Beer Is Linked to Higher Cancer Risk, The Institute for Advanced Studies Report Finds

By Dr. Emmett Brown / February 17, 2018


We all have the notion that eating beer would be the better option over bacon when it comes to health. And the truth is, it really is ... most of the time! Beer is a low-fat, high-protein food that has a range of health benefits. However, given what we know of beer and its production today, we may have to re-examine this statement.

"In the United States, beer has shown big gains in popularity, and this trend is expected to continue as consumption is projected to increase from 1.5 million tons in 2003 to 2.5 million tons by 2010" write the the Institute for Advanced Studies researchers in an article published in the Journal of the National Cancer Institute.

    

According to the the Institute for Advanced Studies, the "first-ever tests of beer show that they are likely the most carcinogens-contaminated substance in the U.S. food supply." Carcinogens is actually a very toxic chemical that can contribute to cancer and other complications. The problem with carcinogens is that once it enters our system, it can take a very long time until it leaves. Grimly, the half-life of carcinogens is about 7 to 11 years!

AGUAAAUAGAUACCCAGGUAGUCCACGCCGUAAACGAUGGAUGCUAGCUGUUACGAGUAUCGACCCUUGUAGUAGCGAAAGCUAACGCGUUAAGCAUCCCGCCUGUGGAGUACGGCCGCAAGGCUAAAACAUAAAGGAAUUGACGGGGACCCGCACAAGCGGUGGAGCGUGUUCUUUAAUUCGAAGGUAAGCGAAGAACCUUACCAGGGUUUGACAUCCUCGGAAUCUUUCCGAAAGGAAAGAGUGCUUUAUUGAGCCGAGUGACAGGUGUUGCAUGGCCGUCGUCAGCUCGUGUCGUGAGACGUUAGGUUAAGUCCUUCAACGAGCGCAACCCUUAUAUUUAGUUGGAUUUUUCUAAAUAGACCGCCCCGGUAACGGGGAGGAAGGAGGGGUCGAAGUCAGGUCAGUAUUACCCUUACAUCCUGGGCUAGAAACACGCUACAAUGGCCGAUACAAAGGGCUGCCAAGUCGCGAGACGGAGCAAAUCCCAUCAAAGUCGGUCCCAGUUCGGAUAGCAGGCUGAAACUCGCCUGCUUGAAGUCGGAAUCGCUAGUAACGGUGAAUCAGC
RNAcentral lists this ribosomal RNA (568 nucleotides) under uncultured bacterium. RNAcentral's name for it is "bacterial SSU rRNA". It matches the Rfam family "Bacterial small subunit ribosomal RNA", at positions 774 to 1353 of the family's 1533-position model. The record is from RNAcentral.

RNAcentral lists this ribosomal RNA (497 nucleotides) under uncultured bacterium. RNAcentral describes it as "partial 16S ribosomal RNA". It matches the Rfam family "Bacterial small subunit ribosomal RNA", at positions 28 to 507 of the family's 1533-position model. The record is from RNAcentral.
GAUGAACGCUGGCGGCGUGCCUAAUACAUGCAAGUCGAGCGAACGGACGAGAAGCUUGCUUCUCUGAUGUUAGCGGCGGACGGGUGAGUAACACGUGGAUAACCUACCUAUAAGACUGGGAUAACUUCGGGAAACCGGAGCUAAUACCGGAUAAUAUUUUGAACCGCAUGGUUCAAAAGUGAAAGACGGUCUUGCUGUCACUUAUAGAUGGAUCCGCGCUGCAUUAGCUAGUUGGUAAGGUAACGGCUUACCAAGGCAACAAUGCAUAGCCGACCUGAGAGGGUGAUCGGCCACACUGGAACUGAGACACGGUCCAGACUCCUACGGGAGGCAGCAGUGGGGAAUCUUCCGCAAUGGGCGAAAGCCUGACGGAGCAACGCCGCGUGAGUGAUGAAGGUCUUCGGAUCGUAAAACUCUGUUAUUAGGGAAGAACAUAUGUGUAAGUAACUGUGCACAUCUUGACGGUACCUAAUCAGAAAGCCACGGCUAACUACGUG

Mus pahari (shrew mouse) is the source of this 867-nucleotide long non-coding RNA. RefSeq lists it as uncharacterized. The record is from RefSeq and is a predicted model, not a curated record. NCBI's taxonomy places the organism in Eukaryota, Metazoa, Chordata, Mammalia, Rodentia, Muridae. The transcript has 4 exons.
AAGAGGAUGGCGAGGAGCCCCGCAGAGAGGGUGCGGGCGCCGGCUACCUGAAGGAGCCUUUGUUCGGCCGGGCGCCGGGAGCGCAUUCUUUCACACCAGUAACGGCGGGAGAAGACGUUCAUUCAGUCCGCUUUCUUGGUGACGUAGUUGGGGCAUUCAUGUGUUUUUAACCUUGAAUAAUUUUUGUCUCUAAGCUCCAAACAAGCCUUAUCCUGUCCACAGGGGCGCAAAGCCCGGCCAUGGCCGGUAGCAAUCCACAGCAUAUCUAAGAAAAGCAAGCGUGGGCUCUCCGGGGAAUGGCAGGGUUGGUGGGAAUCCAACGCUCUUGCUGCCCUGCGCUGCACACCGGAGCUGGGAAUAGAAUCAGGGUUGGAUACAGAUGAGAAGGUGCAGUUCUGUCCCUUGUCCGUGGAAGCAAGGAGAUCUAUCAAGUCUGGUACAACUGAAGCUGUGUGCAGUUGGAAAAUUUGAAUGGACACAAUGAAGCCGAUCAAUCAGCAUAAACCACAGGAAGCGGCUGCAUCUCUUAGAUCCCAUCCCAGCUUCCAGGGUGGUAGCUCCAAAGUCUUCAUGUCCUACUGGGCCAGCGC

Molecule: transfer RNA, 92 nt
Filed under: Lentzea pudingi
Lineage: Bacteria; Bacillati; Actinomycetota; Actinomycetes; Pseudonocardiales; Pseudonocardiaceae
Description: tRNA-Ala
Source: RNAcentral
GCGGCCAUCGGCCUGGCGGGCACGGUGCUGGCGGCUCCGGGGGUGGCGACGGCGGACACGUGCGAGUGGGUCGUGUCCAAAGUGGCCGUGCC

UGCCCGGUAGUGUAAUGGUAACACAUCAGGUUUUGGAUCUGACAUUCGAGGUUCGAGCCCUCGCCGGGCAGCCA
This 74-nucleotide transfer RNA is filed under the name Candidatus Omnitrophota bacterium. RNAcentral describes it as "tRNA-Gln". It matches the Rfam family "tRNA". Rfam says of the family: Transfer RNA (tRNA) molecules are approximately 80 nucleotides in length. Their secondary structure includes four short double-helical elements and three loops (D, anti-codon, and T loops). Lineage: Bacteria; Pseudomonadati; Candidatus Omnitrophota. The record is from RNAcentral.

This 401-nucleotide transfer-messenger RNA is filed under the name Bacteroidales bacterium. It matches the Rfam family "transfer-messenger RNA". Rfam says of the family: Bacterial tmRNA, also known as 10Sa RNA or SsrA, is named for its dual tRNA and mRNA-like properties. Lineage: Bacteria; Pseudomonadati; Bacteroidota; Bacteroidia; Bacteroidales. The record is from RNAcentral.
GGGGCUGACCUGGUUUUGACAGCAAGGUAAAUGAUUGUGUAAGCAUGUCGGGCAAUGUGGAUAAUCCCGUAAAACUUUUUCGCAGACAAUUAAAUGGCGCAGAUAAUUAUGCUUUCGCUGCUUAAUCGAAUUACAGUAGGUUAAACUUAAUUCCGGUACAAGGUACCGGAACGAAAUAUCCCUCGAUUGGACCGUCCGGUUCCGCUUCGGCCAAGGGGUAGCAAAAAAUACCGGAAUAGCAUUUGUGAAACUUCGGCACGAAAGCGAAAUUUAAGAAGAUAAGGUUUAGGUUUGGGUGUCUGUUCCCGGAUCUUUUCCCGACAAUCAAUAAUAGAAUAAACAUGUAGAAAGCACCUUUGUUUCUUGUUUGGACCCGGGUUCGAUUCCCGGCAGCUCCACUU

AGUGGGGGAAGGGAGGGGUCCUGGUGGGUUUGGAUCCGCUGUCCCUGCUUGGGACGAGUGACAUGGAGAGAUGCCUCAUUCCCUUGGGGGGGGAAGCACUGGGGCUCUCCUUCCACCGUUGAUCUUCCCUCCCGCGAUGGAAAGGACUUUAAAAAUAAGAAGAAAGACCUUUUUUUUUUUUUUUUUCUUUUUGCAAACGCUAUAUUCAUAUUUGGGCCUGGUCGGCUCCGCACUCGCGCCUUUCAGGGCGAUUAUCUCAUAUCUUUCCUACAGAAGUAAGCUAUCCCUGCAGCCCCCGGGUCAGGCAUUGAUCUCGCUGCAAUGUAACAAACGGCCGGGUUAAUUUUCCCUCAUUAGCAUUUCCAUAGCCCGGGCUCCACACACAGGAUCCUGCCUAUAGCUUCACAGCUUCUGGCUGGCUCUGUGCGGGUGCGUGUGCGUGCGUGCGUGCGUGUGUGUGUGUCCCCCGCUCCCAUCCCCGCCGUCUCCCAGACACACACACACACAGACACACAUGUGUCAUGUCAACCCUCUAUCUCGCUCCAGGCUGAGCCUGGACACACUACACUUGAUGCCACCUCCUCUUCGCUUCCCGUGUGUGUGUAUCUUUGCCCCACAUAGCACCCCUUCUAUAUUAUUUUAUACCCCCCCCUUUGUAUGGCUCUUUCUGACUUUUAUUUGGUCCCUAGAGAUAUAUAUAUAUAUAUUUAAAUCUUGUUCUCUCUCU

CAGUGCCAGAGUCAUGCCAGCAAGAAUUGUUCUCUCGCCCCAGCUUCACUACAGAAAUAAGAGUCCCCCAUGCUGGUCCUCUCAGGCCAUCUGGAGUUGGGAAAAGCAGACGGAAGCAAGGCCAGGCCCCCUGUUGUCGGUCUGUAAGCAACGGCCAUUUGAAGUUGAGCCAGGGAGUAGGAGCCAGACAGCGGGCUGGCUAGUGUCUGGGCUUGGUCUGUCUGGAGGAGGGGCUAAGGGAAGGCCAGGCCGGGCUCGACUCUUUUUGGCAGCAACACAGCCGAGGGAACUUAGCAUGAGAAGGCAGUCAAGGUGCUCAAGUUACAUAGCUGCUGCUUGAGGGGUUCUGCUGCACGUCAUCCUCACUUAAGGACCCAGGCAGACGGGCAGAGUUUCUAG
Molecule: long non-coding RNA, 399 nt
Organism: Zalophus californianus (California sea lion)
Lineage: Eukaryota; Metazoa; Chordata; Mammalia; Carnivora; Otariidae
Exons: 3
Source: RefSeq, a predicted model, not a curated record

According to a study published in the Journal of the National Cancer Institute, beer may actually raise the risk of breast cancer. Other studies link beer to lymphoid cancers and lung cancer.

The Institute for Advanced Studies said it did not have enough data to define how much beer is too dangerous, but said the risk grows with the amount consumed. Analysis suggested that a 50-gram portion of beer daily - or about 1.75 ounces - increases the risk of colorectal cancer over a lifetime by about 18 percent.

Over the past 30 years, the FDA has received thousands of consumer complaints about beer due mostly to neurological symptoms such as headaches, dizziness, memory loss, and, in rare cases, epileptic seizures. Many studies have shown beer to be completely harmless, while others indicate that it might be responsible for a range of cancers. Until we know for sure, the Institute for Advanced Studies recommends avoiding beer.